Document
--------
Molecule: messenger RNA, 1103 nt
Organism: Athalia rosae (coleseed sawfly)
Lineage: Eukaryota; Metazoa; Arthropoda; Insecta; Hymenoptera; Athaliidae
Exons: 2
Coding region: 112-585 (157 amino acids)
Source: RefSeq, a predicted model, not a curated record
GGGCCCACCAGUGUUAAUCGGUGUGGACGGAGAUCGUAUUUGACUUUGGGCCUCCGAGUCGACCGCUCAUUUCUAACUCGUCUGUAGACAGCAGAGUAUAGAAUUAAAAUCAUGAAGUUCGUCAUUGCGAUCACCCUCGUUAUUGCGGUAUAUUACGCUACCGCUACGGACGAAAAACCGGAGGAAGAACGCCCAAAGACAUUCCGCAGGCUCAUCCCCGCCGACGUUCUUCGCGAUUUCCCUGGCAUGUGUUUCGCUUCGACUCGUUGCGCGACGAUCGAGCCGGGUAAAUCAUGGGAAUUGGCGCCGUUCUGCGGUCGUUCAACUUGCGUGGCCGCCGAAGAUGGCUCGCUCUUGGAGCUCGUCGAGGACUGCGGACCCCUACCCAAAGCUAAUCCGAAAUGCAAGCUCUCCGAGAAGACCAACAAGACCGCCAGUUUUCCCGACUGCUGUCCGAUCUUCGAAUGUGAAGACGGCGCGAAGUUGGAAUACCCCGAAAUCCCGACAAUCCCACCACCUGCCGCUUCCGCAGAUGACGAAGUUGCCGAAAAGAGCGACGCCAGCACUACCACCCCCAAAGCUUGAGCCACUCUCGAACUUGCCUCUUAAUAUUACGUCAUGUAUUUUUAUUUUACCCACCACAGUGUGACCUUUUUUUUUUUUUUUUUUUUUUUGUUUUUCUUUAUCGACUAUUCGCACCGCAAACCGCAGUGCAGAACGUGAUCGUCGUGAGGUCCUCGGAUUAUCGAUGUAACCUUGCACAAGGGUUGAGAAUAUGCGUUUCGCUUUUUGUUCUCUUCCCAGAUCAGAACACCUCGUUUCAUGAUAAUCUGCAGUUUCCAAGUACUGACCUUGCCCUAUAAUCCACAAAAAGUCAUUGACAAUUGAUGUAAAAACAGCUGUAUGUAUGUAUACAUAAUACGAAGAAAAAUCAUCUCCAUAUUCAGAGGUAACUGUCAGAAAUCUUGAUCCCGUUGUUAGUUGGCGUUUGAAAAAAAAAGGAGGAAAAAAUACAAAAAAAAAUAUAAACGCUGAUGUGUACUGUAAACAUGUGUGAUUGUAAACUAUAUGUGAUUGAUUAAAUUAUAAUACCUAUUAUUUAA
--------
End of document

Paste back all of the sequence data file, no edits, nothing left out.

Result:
Molecule: messenger RNA, 1103 nt
Organism: Athalia rosae (coleseed sawfly)
Lineage: Eukaryota; Metazoa; Arthropoda; Insecta; Hymenoptera; Athaliidae
Exons: 2
Coding region: 112-585 (157 amino acids)
Source: RefSeq, a predicted model, not a curated record
GGGCCCACCAGUGUUAAUCGGUGUGGACGGAGAUCGUAUUUGACUUUGGGCCUCCGAGUCGACCGCUCAUUUCUAACUCGUCUGUAGACAGCAGAGUAUAGAAUUAAAAUCAUGAAGUUCGUCAUUGCGAUCACCCUCGUUAUUGCGGUAUAUUACGCUACCGCUACGGACGAAAAACCGGAGGAAGAACGCCCAAAGACAUUCCGCAGGCUCAUCCCCGCCGACGUUCUUCGCGAUUUCCCUGGCAUGUGUUUCGCUUCGACUCGUUGCGCGACGAUCGAGCCGGGUAAAUCAUGGGAAUUGGCGCCGUUCUGCGGUCGUUCAACUUGCGUGGCCGCCGAAGAUGGCUCGCUCUUGGAGCUCGUCGAGGACUGCGGACCCCUACCCAAAGCUAAUCCGAAAUGCAAGCUCUCCGAGAAGACCAACAAGACCGCCAGUUUUCCCGACUGCUGUCCGAUCUUCGAAUGUGAAGACGGCGCGAAGUUGGAAUACCCCGAAAUCCCGACAAUCCCACCACCUGCCGCUUCCGCAGAUGACGAAGUUGCCGAAAAGAGCGACGCCAGCACUACCACCCCCAAAGCUUGAGCCACUCUCGAACUUGCCUCUUAAUAUUACGUCAUGUAUUUUUAUUUUACCCACCACAGUGUGACCUUUUUUUUUUUUUUUUUUUUUUUGUUUUUCUUUAUCGACUAUUCGCACCGCAAACCGCAGUGCAGAACGUGAUCGUCGUGAGGUCCUCGGAUUAUCGAUGUAACCUUGCACAAGGGUUGAGAAUAUGCGUUUCGCUUUUUGUUCUCUUCCCAGAUCAGAACACCUCGUUUCAUGAUAAUCUGCAGUUUCCAAGUACUGACCUUGCCCUAUAAUCCACAAAAAGUCAUUGACAAUUGAUGUAAAAACAGCUGUAUGUAUGUAUACAUAAUACGAAGAAAAAUCAUCUCCAUAUUCAGAGGUAACUGUCAGAAAUCUUGAUCCCGUUGUUAGUUGGCGUUUGAAAAAAAAAGGAGGAAAAAAUACAAAAAAAAAUAUAAACGCUGAUGUGUACUGUAAACAUGUGUGAUUGUAAACUAUAUGUGAUUGAUUAAAUUAUAAUACCUAUUAUUUAA